Pets Improve Seniors' Quality and Length of Life, Says New Infographic

Bay Alarm Medical infographic shows how dogs and cats help seniors live longer, healthier, and more active lives.

  • Share on TwitterShare on FacebookShare on Google+Share on LinkedInEmail a friend
Infographic: How Pets Help Seniors Stay Happy & Healthy

How Pets Help Seniors Stay Happy & Healthy (Infographic Preview)

Concord, CA (PRWEB) February 04, 2014

A pet is more than just a cute furry face, according to a new infographic released by Bay Alarm Medical, a nationwide provider of medical alert systems. Using data from numerous medical studies and surveys, the infographic sorts the benefits into three main areas – health, social, and safety – with supporting data under each category.

"Adopting a shelter pet can save two lives, or at least make them happier and healthier," says Alan Wu, marketing manager for Bay Alarm Medical. "Seniors with pets are likely to live longer, have better social connections, and feel safer both in and outside of the home."

During the month of February, Bay Alarm Medical is partnering with the Pets For the Elderly Foundation, a non-profit charity, that pays part of the adoption fees when a senior adopts a shelter pet from its network of shelters. The home medical alert company will donate a portion of its profits during February to the foundation in recognition of the important role companion animals have in the lives of seniors.

"Surprisingly, many studies show that simply being around an animal makes people feel happier and more relaxed," Wu explains. "More and more, we see hospitals and nursing facilities opening their doors to therapy animals: their presence helps boost morale of both the patients and the staff."

That's true for seniors living at home as well. A companion animal offers companionship, unconditional love, and can even encourage social interactions, such as during daily walks. "Just about everybody is a sucker for a furry face, so even strangers will often stop and strike up a conversation," says Wu. Less isolation means that seniors with pets are more likely to cope better with stress and depression.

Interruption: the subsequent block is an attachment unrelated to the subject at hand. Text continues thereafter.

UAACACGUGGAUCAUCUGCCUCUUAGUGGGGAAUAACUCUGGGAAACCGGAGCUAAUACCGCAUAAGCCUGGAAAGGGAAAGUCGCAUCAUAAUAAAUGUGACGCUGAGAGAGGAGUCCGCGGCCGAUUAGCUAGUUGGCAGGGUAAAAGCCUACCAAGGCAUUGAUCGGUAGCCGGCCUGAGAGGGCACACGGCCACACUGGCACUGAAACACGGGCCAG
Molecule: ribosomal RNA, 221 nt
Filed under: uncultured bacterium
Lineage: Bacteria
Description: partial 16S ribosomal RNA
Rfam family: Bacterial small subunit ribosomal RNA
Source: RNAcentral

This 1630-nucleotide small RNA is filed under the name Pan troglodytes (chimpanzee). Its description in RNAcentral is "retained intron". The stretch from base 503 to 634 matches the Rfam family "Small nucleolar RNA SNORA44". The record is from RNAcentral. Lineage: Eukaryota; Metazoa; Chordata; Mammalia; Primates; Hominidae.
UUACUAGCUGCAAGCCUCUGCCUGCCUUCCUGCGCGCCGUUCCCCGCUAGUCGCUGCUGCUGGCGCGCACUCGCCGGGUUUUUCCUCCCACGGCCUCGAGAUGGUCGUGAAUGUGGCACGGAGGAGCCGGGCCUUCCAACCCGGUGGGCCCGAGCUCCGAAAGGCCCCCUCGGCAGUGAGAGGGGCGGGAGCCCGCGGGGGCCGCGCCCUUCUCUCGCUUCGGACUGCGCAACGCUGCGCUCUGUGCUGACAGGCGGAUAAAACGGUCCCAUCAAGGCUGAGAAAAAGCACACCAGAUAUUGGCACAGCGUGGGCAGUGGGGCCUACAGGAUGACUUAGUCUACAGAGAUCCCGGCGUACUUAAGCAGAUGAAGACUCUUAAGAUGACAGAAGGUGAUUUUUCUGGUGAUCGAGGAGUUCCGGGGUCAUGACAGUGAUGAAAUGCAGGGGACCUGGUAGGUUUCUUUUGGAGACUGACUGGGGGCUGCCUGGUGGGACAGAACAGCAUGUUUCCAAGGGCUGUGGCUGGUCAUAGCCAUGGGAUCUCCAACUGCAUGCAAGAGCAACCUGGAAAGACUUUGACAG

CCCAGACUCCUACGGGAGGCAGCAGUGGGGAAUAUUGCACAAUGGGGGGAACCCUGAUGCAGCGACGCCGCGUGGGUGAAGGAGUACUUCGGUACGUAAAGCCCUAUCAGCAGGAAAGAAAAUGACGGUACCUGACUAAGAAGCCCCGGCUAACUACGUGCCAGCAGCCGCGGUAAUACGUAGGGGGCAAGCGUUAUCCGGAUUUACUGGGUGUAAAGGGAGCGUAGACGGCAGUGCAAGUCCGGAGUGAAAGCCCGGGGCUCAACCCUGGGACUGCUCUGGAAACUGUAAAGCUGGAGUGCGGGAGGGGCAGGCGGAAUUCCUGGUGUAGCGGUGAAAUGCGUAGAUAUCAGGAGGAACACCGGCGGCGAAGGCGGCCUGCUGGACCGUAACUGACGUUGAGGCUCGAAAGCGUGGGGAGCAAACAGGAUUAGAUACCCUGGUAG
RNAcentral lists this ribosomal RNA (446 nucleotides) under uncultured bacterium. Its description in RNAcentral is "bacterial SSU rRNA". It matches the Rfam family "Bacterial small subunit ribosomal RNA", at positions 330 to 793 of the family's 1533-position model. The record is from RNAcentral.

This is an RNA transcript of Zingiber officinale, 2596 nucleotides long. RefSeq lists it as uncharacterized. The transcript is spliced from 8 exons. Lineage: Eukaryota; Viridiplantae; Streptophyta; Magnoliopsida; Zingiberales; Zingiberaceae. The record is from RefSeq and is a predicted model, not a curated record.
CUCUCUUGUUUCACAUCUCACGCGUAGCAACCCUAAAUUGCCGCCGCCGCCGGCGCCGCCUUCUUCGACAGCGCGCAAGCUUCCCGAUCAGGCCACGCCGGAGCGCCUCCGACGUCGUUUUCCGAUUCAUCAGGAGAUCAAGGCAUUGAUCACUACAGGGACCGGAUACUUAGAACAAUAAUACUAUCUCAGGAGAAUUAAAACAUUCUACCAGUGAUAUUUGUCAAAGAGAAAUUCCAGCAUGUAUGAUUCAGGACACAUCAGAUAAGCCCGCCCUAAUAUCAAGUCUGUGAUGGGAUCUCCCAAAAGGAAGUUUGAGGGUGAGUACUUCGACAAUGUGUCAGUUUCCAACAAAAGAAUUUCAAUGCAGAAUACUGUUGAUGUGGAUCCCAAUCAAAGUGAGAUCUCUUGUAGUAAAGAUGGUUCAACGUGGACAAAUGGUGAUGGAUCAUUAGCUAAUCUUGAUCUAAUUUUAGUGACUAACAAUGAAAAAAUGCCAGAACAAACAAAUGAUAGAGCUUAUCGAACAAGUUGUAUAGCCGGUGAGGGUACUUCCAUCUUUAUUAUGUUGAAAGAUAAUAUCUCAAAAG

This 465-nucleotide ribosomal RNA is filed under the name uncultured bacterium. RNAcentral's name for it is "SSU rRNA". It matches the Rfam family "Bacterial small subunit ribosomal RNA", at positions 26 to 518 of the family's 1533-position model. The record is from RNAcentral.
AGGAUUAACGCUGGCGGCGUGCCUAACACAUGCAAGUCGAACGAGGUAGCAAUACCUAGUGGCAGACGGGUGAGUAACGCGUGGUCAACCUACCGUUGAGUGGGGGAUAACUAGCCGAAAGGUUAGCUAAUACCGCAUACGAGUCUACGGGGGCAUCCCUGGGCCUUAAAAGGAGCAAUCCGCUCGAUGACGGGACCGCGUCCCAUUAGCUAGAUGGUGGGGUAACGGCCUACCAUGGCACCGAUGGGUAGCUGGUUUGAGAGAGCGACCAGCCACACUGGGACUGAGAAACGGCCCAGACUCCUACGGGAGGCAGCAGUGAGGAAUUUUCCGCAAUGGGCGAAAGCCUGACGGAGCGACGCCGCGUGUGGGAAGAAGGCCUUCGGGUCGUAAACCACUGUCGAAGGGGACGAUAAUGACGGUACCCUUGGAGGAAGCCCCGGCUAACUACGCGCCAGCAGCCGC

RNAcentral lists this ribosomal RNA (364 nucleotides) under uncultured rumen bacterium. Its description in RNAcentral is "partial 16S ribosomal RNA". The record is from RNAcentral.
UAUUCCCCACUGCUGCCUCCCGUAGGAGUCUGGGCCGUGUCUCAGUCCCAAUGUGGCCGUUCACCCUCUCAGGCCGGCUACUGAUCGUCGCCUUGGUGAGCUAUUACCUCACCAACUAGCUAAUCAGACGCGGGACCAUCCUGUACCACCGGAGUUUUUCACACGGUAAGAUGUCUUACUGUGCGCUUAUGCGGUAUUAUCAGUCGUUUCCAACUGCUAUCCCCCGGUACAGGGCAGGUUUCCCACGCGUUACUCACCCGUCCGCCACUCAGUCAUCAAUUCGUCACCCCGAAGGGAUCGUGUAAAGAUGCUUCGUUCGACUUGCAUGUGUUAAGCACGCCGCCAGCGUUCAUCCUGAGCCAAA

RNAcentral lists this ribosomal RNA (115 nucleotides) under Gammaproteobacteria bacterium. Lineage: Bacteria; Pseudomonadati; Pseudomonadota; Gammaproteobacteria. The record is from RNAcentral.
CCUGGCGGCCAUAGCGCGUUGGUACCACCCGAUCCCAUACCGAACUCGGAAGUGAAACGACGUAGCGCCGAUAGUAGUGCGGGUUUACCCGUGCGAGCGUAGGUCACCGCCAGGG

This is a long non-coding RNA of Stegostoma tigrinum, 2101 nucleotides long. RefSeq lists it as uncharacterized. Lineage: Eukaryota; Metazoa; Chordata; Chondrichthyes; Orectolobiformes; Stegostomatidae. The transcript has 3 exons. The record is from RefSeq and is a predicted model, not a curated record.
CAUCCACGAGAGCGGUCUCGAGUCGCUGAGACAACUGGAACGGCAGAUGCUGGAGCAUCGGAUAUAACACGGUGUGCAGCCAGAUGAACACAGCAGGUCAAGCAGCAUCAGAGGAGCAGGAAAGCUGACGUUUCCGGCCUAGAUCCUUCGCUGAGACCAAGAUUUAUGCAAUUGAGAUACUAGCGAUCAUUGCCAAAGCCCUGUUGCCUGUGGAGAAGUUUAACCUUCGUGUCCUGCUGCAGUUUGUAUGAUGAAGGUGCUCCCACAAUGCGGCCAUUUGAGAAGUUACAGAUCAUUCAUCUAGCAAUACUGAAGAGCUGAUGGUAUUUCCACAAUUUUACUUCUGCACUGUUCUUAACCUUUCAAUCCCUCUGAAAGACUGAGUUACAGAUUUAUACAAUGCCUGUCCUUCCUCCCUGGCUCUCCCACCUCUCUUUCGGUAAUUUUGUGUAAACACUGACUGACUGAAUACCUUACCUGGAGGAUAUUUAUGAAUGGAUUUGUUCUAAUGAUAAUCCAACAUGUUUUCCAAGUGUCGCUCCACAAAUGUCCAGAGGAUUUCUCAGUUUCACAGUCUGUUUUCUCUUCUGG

"There are also many physical health benefits," Wu continues, "including lower blood pressure, fewer doctor visits, and even a longer lifespan. People with pets live, on average, two years longer than those without."

Bay Alarm Medical's home alert systems help seniors stay safer and more secure as they age in place in their homes, and many of the company's clients find that pets contribute to their feelings of well-being. Pets help alert their owners to dangerous situations like fires, and a barking dog is an excellent deterrent to home intruders.

"That's what makes the Pets For The Elderly Foundation a natural fit for Bay Alarm Medical," says Wu. We're excited to partner with an organization doing such important work to help seniors."

The full "How Pets Help Seniors Stay Happy and Healthy" infographic is available on the Bay Alarm Medical blog at http://www.bayalarmmedical.com/medical-alert-blog/infographic-how-pets-help-seniors-stay-happy-healthy/. Wu says the company encourages people to share the infographic with family members, caregivers, and anyone who works with seniors. "We want people to help spread the word: a pet is a friend for life."

About Bay Alarm Medical
Bay Alarm Medical is an arm of Bay Alarm, one of the nation's oldest alarm monitoring companies. The company offers high quality medical alert systems together with 24/7 monitoring by professionally training emergency operators who contact family members, friends, neighbors and, if necessary, local 911 emergency services. Bay Alarm Medical's lightweight emergency pendants can be worn around the neck, wrist or on a belt clip.

About Pets For The Elderly Foundation
The Pets for the Elderly Foundation is a 501(c)3 non-profit charity that helps pay the fees to participating animal shelters throughout the United States for senior citizens (age 60 and over) who adopt a companion dog or cat from a participating shelter — including pre-adoption veterinary exams and spay/neuter, if part of the adoption fee. In 2010, the Pets for the Elderly Foundation assisted with the adoption of 5,770 companion animals. Currently, 52 shelters in 29 states are participating in the program.


Contact

Follow us on: Contact's Google Plus